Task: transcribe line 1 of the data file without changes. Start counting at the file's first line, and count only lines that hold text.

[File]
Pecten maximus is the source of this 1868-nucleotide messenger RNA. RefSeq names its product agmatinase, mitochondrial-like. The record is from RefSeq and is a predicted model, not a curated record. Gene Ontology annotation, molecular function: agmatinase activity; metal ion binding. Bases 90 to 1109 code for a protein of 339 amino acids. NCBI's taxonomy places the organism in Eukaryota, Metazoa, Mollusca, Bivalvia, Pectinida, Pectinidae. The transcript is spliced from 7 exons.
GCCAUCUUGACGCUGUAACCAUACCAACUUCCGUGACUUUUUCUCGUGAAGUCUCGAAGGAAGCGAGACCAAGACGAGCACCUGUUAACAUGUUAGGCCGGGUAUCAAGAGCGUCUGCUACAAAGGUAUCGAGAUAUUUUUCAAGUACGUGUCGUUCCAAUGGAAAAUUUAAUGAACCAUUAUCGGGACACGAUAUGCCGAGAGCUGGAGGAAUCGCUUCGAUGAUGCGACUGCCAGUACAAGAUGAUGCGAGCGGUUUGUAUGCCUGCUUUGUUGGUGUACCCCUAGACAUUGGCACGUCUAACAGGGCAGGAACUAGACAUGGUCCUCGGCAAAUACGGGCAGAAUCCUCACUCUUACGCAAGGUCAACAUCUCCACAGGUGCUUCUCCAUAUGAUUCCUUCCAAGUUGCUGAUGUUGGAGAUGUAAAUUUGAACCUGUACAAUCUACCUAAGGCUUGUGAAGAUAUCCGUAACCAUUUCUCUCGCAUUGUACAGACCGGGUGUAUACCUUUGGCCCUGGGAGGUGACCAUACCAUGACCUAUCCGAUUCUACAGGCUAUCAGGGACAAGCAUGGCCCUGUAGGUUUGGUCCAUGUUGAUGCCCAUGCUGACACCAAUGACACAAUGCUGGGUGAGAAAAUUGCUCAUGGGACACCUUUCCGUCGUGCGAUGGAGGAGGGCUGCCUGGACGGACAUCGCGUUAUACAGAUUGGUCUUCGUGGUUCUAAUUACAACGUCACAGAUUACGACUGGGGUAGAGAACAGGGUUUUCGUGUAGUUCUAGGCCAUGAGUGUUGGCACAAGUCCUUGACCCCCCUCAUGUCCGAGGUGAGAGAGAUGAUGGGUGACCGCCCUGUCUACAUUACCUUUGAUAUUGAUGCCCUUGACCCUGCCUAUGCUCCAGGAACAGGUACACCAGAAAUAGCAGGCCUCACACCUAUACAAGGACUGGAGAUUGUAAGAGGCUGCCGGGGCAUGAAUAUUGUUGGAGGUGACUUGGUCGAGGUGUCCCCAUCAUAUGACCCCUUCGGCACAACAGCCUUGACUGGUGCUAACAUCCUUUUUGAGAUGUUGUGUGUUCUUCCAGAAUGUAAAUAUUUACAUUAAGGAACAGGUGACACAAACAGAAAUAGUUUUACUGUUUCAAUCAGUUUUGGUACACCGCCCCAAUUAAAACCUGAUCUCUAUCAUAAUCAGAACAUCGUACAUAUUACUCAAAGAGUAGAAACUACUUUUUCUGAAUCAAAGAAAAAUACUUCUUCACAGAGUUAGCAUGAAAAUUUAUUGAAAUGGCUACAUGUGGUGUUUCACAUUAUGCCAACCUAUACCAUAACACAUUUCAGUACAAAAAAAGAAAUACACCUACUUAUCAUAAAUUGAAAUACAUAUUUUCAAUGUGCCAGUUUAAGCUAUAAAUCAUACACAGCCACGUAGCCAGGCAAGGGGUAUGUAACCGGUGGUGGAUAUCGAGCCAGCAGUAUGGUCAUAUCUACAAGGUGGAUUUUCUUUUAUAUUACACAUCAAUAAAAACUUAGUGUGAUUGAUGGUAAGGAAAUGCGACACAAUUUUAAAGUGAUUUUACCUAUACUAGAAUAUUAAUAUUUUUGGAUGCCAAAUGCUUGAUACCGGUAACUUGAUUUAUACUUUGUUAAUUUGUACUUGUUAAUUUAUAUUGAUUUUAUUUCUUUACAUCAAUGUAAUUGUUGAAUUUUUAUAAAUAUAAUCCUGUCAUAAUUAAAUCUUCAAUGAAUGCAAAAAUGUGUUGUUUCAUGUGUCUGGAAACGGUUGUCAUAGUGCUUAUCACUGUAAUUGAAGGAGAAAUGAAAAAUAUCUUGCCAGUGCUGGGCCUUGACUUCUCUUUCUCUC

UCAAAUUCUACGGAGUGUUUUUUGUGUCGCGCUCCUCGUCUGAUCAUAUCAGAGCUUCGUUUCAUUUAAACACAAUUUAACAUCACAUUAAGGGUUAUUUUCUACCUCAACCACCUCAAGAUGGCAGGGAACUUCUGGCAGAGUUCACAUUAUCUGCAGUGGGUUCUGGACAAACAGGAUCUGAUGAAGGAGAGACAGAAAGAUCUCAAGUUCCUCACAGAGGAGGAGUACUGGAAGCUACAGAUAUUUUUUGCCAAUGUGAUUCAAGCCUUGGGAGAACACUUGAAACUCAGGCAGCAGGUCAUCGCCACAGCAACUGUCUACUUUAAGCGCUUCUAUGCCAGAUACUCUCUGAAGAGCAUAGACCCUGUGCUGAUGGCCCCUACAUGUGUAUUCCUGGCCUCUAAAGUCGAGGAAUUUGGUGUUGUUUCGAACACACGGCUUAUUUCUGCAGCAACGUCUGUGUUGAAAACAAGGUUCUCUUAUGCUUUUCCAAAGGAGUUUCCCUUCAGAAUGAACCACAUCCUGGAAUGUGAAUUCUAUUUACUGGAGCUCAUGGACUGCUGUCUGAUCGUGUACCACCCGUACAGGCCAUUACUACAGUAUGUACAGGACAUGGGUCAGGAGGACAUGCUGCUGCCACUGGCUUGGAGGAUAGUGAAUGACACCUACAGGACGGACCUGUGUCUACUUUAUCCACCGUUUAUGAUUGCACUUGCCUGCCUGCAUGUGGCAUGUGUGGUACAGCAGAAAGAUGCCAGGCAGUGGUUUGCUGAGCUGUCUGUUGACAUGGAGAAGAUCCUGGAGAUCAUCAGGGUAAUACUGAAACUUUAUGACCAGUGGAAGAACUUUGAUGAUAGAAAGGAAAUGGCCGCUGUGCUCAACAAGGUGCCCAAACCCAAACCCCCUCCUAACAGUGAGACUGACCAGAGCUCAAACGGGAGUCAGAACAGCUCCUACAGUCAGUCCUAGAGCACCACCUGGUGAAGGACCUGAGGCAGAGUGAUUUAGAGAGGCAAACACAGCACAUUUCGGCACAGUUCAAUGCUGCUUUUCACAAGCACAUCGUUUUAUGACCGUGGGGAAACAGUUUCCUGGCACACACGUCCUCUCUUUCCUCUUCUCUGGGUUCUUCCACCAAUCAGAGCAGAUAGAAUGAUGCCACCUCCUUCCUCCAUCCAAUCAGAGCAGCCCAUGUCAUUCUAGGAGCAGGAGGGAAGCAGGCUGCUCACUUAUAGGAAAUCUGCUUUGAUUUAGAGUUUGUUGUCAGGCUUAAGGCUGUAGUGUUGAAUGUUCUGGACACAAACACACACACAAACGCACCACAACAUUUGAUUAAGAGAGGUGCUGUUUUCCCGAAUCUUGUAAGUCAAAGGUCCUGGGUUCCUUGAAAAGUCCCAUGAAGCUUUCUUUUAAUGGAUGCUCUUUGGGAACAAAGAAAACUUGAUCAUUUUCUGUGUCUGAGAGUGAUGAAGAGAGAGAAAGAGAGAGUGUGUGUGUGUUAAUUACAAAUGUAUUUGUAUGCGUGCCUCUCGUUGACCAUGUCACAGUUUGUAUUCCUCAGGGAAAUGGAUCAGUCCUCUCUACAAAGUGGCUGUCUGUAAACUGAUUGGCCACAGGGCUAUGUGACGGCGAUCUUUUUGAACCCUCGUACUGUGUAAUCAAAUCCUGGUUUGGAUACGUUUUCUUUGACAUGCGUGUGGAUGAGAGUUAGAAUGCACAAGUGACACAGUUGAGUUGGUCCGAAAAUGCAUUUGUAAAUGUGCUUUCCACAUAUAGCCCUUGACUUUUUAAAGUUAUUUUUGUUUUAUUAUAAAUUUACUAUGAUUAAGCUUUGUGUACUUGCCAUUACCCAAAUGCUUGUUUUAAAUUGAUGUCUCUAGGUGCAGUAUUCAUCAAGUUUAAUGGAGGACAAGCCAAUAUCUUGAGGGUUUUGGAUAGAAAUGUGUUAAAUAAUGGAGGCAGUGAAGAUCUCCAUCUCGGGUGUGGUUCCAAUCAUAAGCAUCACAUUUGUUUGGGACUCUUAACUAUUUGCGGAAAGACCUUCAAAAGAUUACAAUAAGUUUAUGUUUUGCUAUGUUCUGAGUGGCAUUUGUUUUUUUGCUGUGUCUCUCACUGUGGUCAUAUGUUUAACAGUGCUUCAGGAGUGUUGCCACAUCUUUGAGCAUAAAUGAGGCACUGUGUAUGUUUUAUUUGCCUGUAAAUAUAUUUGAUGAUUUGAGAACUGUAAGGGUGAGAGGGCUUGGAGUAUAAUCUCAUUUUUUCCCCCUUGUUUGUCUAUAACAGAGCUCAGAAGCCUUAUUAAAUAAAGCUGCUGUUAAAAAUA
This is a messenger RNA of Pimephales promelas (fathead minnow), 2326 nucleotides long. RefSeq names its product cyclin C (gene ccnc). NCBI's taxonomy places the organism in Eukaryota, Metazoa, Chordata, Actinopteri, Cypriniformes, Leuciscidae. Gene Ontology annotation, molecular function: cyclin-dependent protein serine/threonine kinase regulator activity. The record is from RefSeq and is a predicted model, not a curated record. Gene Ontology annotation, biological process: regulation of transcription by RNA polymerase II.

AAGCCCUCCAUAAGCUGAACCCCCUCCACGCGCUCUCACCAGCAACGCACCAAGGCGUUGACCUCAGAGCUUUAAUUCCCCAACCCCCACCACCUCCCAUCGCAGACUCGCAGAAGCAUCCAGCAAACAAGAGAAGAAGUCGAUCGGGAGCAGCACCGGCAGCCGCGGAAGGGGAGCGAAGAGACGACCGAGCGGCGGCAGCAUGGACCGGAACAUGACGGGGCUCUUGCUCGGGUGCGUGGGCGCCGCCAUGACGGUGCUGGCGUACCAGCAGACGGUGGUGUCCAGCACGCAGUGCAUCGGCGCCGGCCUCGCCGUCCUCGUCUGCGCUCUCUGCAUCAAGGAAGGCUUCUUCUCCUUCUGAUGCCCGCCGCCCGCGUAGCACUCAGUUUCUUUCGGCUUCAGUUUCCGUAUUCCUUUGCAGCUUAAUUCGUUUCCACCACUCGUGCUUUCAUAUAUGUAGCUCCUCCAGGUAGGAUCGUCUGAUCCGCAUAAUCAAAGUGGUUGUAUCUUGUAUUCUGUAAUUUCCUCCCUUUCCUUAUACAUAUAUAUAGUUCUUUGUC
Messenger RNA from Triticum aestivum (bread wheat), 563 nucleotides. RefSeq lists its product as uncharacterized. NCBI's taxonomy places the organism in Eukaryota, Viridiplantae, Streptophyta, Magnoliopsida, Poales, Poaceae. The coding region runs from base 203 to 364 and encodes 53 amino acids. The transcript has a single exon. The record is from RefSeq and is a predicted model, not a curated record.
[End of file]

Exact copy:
Pecten maximus is the source of this 1868-nucleotide messenger RNA. RefSeq names its product agmatinase, mitochondrial-like. The record is from RefSeq and is a predicted model, not a curated record. Gene Ontology annotation, molecular function: agmatinase activity; metal ion binding. Bases 90 to 1109 code for a protein of 339 amino acids. NCBI's taxonomy places the organism in Eukaryota, Metazoa, Mollusca, Bivalvia, Pectinida, Pectinidae. The transcript is spliced from 7 exons.